We use cookies to enhance your experience on our website. By continuing to use our website, you are agreeing to our use of cookies. You can change your cookie settings at any time. Find out more
Select Bible Use this Lookup to open a specific Bible and passage. Start here to select a Bible.
Make selected Bible the default for Lookup tool.
Book: Ch.V. Select book from A-Z list, enter chapter and verse number, and click "Go."
:
OR
  • Previous Result
  • Results
  • Look It Up Highlight any word or phrase, then click the button to begin a new search.
  • Highlight On / Off
  • Next Result

The Oxford Handbook of Biblical Studies Provides a comprehensive survey of Biblical scholarship in a variety of disciplines.

Conclusion

The above sketch has by no means exhausted the current problems. Among the future tasks of a biblical theology, that of the relationship of biblical theology to Jewish–Christian dialogue, stands alongside the question of the relationship between biblical theology and dogmatics. The not yet fully explained relationship between a religious and historical methodology and the normative claims of the Bible plays a role also in the context of Jewish–Christian dialogue. This is not only because the question of the ‘centre’ of the Old Testament is a specifically Christian concern (see the contributions in Janowski and Lohfink 1995, 2001, also Janowski 1999b), but because the total biblical perspective contains a ‘kernel of anti-Judaism’ (Levenson 1991 and Janowski 1999a: 251–5, 273–81), and to this extent is not suitable for Jewish–Christian dialogue. The fact, however, that the ‘Bible of Israel’ as the Old Testament is the common Scripture of Jews and Christians to which both communities of faith relate in different ways without monopolizing it, gives grounds for hope, and to both sides if one looks beyond ideological closed minds.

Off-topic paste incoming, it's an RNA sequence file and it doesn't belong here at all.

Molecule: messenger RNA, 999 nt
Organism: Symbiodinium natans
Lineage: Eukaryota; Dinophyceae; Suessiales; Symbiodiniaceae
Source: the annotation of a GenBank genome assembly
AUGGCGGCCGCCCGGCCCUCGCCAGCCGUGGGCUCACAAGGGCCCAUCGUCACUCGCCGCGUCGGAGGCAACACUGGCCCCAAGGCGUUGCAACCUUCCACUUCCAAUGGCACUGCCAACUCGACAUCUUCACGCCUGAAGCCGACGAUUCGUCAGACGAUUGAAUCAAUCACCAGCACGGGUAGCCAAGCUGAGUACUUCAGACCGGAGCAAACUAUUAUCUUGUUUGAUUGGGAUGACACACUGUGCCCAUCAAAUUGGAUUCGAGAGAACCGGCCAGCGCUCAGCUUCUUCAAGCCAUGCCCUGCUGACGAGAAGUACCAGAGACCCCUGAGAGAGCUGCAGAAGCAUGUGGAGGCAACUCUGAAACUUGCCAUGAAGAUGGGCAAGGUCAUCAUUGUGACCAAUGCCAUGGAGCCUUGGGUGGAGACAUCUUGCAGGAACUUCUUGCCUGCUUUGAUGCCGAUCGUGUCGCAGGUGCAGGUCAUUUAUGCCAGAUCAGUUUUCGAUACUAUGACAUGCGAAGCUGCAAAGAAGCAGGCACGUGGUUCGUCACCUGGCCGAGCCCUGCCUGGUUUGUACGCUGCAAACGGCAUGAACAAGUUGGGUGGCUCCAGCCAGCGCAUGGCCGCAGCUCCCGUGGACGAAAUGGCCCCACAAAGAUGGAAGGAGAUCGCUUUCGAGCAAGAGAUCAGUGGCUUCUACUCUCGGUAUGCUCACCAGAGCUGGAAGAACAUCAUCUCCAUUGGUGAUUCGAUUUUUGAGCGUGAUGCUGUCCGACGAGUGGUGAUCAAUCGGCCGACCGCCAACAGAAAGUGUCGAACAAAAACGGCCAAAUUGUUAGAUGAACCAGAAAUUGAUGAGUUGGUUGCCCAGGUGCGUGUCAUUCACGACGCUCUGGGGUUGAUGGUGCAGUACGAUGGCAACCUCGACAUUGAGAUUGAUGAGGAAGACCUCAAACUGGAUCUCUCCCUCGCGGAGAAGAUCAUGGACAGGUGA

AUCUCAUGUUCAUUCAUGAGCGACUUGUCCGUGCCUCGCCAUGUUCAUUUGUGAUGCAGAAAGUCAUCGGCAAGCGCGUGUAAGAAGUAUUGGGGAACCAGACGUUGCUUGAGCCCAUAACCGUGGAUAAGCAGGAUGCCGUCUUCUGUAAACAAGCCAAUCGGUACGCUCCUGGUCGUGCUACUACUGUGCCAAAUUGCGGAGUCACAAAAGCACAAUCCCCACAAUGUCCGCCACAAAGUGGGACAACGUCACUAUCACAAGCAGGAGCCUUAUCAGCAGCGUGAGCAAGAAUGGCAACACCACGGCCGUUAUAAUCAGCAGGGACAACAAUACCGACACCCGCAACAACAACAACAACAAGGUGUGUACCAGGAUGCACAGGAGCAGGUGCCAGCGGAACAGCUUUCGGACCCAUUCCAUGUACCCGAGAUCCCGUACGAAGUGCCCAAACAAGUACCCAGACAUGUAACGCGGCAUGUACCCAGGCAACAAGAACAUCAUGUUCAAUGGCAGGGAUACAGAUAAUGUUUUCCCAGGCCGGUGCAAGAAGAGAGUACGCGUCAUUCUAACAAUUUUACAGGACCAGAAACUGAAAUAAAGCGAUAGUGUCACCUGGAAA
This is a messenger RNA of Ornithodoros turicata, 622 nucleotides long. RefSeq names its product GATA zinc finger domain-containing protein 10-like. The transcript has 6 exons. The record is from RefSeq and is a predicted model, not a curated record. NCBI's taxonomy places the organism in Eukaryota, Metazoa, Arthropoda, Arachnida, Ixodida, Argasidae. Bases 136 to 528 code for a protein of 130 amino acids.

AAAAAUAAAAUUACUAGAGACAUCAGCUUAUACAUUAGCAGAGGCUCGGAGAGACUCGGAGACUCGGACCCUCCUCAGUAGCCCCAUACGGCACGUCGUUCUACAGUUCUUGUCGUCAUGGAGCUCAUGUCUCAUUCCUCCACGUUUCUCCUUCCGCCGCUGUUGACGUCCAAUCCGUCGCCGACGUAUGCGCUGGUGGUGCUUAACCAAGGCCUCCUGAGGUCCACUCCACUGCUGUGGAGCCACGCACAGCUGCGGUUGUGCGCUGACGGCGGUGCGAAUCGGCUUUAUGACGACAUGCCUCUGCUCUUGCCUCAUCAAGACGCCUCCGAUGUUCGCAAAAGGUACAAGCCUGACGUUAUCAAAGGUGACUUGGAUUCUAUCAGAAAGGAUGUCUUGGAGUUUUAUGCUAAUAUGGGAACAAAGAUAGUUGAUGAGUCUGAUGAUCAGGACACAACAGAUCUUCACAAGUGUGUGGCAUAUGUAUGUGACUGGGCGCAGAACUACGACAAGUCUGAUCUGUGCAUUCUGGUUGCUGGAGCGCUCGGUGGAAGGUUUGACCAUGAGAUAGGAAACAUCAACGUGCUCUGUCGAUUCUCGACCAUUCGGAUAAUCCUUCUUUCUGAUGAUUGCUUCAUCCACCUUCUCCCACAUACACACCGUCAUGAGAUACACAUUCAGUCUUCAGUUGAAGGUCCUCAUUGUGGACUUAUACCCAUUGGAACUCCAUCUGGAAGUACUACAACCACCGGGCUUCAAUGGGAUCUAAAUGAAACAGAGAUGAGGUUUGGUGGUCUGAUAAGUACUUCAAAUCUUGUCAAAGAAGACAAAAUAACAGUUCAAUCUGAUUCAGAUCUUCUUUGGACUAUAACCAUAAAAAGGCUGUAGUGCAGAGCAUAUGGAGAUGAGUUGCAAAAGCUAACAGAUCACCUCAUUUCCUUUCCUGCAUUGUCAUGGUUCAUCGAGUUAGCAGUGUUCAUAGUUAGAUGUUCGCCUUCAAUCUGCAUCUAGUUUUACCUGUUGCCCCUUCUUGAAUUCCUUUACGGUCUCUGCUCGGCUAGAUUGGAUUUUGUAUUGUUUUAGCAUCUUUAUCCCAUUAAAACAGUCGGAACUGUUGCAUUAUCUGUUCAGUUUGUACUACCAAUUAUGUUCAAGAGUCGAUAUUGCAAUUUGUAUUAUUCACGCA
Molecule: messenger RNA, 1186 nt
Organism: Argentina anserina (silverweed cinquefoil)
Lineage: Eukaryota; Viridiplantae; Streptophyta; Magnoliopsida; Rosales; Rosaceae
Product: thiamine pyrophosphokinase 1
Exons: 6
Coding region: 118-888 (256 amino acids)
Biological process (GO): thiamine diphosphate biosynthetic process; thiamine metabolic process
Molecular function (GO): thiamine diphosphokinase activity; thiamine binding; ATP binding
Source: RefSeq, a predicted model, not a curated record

In spite of these open questions, which can be multiplied, there can be general agreement that who ever is concerned with basic questions of a biblical theology is motivated by the wish to contribute to the specific character of Christian faith. The double task of defining our Christian identity without disregarding that Bible which is common to Jews and Christians (Tanach/Old Testament), while at the same time affirming the unity of Scripture (Old and New Testaments) belongs to the central tasks of all theological disciplines in the future. For,

the biblical traditions which are connected with each in many ways and which have been bound to each other in many ways build a construction that drives the experience of the work of God among human beings, the living memory of that and the expectation of this action drama and which makes possible historical, cultural and ecclesiastical learning and growing in this knowledge. (Welker 1998a: 1552)

This sketch can be ended by saying that scripture is a self- authenticating witness as a living whole, in that it indicates, in many perspectives, the divine action upon and in the creation, and that it is itself a living source for the present (cf. Luther 1897: 7. 97, 24–5).

  • Previous Result
  • Results
  • Look It Up Highlight any word or phrase, then click the button to begin a new search.
  • Highlight On / Off
  • Next Result
Oxford University Press

© 2022. All Rights Reserved. Cookie Policy | Privacy Policy | Legal Notice